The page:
Alert: Flash Player Installer Opens Up Root Home Folder

I updated the current installation of Adobe Flash Player at work today over ARD and had several people ask me odd questions about why there was a Finder window with the word root for a title when they came in to login this morning. Needless to say that raised warning bells all over the place for myself.

On checking the computers I noticed it occurred on every computer running Tiger and that every computer running Leopard did show the menu bar and said Finder was running but unlike Tiger it did not allow you to perform any actions beyond opening a menu. In Tiger you were essentially logged in as root into the Finder (and SystemUIServer) which gave you complete access to anything. The kicker is that the root user was not enabled on any of the computers.

Now in the big picture it’s mostly a non-issue because the following requirements have to be taken to see this edge case:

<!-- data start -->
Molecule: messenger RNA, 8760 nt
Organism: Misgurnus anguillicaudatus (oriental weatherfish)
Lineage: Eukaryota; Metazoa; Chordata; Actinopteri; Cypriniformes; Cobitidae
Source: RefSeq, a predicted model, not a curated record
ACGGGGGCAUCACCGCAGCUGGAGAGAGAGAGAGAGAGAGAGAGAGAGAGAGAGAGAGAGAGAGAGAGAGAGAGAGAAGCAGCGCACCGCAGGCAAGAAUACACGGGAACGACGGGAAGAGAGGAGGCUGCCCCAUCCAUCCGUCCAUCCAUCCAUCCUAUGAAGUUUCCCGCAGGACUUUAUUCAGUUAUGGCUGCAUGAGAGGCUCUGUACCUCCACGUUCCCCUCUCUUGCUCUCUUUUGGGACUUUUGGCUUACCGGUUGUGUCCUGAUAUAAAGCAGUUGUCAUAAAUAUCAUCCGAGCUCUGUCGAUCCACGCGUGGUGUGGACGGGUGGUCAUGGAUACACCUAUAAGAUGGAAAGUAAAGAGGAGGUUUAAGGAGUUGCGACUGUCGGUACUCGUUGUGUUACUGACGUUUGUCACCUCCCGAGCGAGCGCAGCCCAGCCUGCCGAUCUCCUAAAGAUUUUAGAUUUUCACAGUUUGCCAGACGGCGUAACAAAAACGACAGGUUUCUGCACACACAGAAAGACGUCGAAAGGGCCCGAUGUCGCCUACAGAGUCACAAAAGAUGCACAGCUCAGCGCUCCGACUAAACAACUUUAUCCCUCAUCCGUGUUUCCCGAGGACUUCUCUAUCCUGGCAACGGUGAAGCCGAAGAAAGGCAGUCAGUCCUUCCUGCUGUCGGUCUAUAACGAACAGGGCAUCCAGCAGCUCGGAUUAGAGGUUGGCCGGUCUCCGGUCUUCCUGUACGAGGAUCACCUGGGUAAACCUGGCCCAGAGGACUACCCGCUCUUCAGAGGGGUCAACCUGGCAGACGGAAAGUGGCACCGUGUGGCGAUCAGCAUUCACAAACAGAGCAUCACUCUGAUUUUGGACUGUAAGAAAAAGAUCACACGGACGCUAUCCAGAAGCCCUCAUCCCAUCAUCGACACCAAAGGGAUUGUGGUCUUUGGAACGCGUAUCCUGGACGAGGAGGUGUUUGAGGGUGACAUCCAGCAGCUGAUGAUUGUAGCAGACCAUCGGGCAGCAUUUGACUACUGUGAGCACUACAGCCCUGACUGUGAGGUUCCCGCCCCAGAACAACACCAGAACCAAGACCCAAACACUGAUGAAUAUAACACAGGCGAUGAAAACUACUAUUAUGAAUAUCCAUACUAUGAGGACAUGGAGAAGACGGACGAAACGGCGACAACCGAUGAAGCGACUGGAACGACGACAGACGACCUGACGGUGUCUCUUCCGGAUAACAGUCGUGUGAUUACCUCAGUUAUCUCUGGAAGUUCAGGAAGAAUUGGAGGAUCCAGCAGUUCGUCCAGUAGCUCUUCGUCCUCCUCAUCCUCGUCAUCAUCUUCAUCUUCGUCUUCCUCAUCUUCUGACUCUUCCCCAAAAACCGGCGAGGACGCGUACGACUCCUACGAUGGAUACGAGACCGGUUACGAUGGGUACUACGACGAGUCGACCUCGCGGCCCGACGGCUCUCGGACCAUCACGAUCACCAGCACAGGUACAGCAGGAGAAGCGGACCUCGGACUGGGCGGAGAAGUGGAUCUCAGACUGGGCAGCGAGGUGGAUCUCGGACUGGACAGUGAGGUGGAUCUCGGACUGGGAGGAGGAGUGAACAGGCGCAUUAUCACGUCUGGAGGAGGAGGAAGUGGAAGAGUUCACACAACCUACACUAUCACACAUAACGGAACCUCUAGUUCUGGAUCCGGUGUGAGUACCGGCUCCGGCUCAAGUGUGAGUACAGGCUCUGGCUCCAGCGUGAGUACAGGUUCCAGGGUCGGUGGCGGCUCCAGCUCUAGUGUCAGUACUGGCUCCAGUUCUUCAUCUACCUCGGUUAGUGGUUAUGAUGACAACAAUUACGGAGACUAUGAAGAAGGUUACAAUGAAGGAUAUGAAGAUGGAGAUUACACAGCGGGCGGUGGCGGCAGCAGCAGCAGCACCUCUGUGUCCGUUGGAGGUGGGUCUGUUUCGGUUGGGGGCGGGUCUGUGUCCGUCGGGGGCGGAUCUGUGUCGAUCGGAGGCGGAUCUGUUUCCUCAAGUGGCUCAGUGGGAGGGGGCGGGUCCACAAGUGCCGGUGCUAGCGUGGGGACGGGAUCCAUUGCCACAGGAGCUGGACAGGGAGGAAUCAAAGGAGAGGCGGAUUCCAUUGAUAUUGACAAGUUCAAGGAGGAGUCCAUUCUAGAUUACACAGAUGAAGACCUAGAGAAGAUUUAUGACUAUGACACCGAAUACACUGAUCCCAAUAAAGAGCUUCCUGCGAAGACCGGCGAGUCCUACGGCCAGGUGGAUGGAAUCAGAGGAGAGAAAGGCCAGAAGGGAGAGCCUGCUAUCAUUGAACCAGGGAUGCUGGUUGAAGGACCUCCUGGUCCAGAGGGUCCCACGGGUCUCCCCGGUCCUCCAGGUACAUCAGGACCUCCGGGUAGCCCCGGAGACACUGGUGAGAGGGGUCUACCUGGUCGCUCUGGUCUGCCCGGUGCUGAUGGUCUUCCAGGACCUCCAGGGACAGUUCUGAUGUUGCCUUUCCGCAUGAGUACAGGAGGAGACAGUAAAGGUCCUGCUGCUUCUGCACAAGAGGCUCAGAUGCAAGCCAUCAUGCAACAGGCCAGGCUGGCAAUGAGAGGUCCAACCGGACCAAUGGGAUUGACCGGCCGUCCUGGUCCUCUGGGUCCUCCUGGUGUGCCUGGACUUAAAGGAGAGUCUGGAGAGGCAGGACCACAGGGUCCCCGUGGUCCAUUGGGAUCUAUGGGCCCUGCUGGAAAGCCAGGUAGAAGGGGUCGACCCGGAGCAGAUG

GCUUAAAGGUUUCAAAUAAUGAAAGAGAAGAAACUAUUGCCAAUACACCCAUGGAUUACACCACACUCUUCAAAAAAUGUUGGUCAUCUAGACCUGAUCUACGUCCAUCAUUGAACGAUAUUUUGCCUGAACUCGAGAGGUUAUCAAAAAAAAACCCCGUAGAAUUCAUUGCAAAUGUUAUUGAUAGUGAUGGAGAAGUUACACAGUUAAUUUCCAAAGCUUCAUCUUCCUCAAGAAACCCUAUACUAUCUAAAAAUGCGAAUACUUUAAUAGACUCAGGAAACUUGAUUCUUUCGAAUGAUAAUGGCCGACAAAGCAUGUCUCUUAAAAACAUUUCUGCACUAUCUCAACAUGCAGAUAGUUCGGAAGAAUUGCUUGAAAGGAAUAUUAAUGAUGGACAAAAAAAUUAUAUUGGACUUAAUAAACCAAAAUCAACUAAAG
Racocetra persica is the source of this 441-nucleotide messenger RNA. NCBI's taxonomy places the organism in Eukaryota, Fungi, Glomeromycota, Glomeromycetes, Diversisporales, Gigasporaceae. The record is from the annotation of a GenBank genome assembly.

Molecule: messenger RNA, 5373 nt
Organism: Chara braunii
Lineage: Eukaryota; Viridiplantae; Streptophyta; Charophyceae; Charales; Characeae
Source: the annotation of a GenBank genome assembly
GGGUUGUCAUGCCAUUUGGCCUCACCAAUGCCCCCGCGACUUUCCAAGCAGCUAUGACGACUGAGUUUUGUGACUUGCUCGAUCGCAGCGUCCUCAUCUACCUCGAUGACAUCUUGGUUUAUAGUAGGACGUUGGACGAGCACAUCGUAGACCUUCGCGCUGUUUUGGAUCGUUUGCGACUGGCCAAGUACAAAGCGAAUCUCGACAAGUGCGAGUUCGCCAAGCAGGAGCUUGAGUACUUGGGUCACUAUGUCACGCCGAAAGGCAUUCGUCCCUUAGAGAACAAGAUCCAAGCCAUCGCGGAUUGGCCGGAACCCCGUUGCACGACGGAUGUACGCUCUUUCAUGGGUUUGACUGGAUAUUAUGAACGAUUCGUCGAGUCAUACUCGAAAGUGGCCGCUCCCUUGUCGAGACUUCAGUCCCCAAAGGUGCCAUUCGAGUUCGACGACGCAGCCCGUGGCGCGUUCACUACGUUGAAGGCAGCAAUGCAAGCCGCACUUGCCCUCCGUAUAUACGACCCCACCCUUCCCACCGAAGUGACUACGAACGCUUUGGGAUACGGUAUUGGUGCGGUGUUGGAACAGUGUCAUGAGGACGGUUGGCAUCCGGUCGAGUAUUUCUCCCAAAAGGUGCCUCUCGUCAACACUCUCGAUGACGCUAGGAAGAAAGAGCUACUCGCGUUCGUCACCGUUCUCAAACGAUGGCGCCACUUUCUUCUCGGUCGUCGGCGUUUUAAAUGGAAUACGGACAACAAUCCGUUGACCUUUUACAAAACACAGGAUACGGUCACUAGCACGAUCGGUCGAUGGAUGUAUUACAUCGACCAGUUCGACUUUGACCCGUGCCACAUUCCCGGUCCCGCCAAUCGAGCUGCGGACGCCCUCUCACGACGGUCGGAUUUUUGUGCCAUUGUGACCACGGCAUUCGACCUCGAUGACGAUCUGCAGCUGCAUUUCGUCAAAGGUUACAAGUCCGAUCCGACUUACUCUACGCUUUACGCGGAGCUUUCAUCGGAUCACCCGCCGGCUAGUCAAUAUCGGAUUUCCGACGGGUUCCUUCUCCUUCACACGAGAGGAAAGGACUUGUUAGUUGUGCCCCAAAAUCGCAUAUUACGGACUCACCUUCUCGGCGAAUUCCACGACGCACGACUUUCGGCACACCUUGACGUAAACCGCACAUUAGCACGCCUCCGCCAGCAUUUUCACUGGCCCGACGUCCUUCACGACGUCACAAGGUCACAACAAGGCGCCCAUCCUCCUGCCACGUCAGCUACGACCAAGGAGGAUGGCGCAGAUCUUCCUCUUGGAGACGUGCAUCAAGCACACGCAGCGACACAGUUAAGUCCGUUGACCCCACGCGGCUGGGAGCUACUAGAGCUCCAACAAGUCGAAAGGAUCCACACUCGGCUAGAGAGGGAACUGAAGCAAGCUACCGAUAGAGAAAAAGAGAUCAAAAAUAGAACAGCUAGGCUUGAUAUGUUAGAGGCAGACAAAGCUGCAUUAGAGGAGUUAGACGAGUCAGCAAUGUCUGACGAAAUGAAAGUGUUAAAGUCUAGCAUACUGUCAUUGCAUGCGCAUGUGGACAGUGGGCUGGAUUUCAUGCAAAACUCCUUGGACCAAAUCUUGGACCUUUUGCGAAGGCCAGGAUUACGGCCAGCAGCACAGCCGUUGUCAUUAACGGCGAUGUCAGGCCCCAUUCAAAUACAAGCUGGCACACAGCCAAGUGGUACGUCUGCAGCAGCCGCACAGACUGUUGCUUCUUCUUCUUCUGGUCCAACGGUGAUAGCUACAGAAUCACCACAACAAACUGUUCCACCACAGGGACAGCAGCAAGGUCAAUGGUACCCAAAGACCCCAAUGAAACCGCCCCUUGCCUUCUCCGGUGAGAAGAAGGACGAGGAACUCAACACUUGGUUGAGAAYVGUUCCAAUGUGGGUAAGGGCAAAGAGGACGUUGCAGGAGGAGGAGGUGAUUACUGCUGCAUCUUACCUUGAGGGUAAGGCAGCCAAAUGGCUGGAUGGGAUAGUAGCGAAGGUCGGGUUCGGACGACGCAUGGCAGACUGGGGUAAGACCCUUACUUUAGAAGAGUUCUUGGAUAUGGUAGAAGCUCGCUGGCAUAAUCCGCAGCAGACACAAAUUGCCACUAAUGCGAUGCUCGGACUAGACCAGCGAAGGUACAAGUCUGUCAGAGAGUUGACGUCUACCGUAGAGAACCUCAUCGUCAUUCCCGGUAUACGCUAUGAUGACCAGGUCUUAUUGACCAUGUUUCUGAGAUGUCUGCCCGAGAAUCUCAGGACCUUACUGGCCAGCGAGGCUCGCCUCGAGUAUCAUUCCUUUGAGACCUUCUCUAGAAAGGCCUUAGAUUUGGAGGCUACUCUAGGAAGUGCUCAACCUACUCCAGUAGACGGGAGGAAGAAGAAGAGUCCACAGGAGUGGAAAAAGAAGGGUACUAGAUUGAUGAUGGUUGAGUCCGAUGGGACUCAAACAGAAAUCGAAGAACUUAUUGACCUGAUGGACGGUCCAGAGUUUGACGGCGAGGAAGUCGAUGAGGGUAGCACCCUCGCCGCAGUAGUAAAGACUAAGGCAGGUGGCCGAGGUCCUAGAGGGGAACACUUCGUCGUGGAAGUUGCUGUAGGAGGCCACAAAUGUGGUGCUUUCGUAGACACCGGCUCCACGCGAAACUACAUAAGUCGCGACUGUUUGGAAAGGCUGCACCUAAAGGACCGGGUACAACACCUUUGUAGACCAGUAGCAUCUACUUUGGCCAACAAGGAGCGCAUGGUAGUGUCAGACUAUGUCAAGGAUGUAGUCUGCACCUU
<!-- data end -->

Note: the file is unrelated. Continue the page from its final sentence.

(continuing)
1. The workstation must be running 10.4.0-10.4.11 (Flash Player 10 doesn’t run on Mac OS X older than 10.4)
  2. You must be using Apple Remote Desktop to install the package
  3. You must ensure that you choose not to restart the computers in question. By default the package wants to restart the computer if no one is logged in (I assume it is to avoid this very situation). If someone is logged in however it doesn’t request a restart. The kicker is that if you select a group of machines and send it to install and one of them has a logged in user by default it does not ask you to restart.

If you check on the workstation you will see a Finder window open to root’s home folder - even if you don’t have the root user enabled (which I am of the opinion you shouldn’t especially with sudo available). Anything then opened via the Finder then runs as root as well (including Terminal).

So it’s easy to work around - either restart them all, or do it when you have users logged in (not ideal). If you do choose the username for the action to be done in ARD; the Finder window will open up as that user (quite possibly a local administrator account) so filing in a username there is not a workaround but much less dangerous than root access. Once the computer is restarted or someone logs in the issue goes away.